Please hear me, bad theology needs correcting. Social issues need careful Biblical thinking. The church has plenty personal and corporate sin. This is not a defense of “hanging in there”, “mouthing the company mantra”, or “ignoring the elephant in the room”. Change is needed. But what I am suggesting is that we need to recognize the grief existing among us, whether we know it or not. We need pastors who can name the grief and live into it with our people. The loss of a collapsing faith is a necessary part of the journey toward the last phase of grief – acceptance. Only then is there an openness to considering the gospel in new light.

The pastor who walks someone through his or her grief may be the person trusted to help rebuild faith. And, rather than championing a solution to bad church theology via posting, posturing, and preaching, we might start seeing people through eyes that love the grieving, even when they don’t know they’re grieving. I suppose what I am suggesting is that pastors (those who can grasp this), stay and do the hard grief work among their people rather than leaving. There are exits that make sense. But there are also exits that are trying to short-circuit grief.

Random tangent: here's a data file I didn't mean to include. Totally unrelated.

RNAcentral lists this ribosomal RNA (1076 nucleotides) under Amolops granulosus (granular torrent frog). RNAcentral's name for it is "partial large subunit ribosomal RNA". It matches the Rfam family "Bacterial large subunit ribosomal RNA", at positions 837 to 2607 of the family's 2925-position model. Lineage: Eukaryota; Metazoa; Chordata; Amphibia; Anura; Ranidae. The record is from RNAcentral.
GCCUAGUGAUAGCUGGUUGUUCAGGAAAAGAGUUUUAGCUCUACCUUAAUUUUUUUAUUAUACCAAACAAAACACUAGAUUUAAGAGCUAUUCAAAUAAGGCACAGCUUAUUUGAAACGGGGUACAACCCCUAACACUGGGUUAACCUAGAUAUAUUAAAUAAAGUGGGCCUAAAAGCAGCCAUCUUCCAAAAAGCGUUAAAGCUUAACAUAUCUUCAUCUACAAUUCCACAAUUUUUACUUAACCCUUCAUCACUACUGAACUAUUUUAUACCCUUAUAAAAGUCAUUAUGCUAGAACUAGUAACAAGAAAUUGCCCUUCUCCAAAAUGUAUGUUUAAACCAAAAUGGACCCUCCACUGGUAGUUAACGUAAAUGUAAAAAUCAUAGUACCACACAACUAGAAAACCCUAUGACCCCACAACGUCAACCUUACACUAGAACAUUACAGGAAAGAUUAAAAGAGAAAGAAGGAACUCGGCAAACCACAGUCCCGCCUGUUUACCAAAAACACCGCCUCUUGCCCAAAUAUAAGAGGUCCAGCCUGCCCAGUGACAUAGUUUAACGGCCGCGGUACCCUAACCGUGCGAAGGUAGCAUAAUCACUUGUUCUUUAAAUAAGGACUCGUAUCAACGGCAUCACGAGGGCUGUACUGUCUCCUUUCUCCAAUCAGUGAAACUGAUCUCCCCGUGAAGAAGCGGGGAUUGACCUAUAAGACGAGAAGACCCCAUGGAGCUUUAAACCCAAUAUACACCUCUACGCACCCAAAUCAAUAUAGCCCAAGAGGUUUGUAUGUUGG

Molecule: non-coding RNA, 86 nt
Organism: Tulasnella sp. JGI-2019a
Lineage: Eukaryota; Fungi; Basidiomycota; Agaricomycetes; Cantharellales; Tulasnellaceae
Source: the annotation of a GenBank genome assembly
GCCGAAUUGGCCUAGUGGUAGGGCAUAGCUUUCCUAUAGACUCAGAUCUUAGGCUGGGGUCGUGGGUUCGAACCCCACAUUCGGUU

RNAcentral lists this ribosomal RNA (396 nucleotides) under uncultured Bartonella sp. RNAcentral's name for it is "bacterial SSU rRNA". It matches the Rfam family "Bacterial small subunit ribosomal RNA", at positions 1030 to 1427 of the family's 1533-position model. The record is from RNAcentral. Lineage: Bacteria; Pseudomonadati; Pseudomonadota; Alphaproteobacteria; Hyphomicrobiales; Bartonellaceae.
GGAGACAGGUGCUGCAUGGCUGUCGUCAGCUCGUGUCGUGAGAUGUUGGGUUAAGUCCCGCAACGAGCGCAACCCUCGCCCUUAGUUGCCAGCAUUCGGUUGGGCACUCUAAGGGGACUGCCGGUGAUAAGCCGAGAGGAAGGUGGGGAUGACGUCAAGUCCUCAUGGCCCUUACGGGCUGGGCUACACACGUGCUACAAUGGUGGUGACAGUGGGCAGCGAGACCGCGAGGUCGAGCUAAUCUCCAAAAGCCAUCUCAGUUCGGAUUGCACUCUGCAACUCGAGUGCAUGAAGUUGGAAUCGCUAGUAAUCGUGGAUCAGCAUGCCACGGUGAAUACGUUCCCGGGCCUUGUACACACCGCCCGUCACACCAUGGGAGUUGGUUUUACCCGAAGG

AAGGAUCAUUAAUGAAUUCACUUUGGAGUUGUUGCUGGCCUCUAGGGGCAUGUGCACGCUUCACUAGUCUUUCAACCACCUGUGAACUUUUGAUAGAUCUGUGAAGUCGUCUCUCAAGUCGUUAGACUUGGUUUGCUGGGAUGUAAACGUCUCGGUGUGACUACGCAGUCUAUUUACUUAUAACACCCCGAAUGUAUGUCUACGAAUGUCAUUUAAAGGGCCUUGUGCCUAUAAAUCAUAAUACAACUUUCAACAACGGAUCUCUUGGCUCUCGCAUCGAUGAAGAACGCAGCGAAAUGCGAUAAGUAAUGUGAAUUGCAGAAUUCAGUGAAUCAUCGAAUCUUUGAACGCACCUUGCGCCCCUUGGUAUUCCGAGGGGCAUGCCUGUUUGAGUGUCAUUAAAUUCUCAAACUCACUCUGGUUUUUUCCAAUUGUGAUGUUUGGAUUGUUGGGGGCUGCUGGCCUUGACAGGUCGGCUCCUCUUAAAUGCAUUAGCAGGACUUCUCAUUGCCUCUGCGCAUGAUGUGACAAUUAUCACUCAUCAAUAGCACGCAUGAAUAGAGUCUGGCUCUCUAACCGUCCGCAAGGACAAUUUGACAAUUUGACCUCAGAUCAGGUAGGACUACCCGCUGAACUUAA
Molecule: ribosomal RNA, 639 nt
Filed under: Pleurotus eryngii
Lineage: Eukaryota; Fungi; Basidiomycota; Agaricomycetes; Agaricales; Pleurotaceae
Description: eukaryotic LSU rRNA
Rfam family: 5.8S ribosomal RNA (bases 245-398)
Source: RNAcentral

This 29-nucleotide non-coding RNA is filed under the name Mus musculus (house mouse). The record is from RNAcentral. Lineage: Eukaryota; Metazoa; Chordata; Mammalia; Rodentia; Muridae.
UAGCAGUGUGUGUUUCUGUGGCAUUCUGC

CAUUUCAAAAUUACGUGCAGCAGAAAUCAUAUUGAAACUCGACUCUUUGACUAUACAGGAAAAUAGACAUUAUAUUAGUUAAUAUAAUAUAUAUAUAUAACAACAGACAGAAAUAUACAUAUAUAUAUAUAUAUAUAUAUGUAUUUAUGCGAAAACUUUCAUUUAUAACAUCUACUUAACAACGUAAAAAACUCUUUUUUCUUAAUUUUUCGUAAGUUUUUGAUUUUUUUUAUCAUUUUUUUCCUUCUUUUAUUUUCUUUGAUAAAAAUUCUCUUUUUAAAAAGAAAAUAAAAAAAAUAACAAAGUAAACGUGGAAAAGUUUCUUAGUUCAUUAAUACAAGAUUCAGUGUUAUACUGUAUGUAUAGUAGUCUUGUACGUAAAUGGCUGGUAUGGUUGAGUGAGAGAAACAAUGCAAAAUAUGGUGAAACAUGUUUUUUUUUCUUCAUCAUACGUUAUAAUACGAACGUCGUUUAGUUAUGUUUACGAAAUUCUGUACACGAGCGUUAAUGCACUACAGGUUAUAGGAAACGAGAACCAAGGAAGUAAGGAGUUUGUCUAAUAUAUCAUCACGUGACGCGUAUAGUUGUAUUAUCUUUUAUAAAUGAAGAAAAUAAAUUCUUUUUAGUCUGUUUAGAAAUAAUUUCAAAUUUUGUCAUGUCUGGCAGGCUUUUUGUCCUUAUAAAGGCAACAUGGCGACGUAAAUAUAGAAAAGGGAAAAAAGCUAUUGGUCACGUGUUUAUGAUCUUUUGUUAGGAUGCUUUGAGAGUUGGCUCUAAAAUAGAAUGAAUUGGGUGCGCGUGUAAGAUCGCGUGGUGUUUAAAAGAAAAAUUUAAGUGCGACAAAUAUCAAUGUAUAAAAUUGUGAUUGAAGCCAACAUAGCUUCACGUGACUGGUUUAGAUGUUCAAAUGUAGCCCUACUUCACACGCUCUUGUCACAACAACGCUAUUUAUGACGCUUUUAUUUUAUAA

With no shame toward any, eyes open to grieve my own church, and love for the people of God, I humbly offer these thoughts.


Dan Boone

Footnote: The Lily Foundation has identified a concerning pattern of young pastors leaving the ministry (not just moving to a different denomination) in the first 5 years of congregational service. They established a grant which Trevecca Nazarene University applied for and received. Over the coming 5 years, Trevecca will be engaging with young clergy in three pastoral settings: small congregations under 100, diverse congregations, and church plants. The aim of this program is to serve pastors in ways that enable them to sustain their calling. Dr. Mary Smitt is the leader of Thriving in Ministry.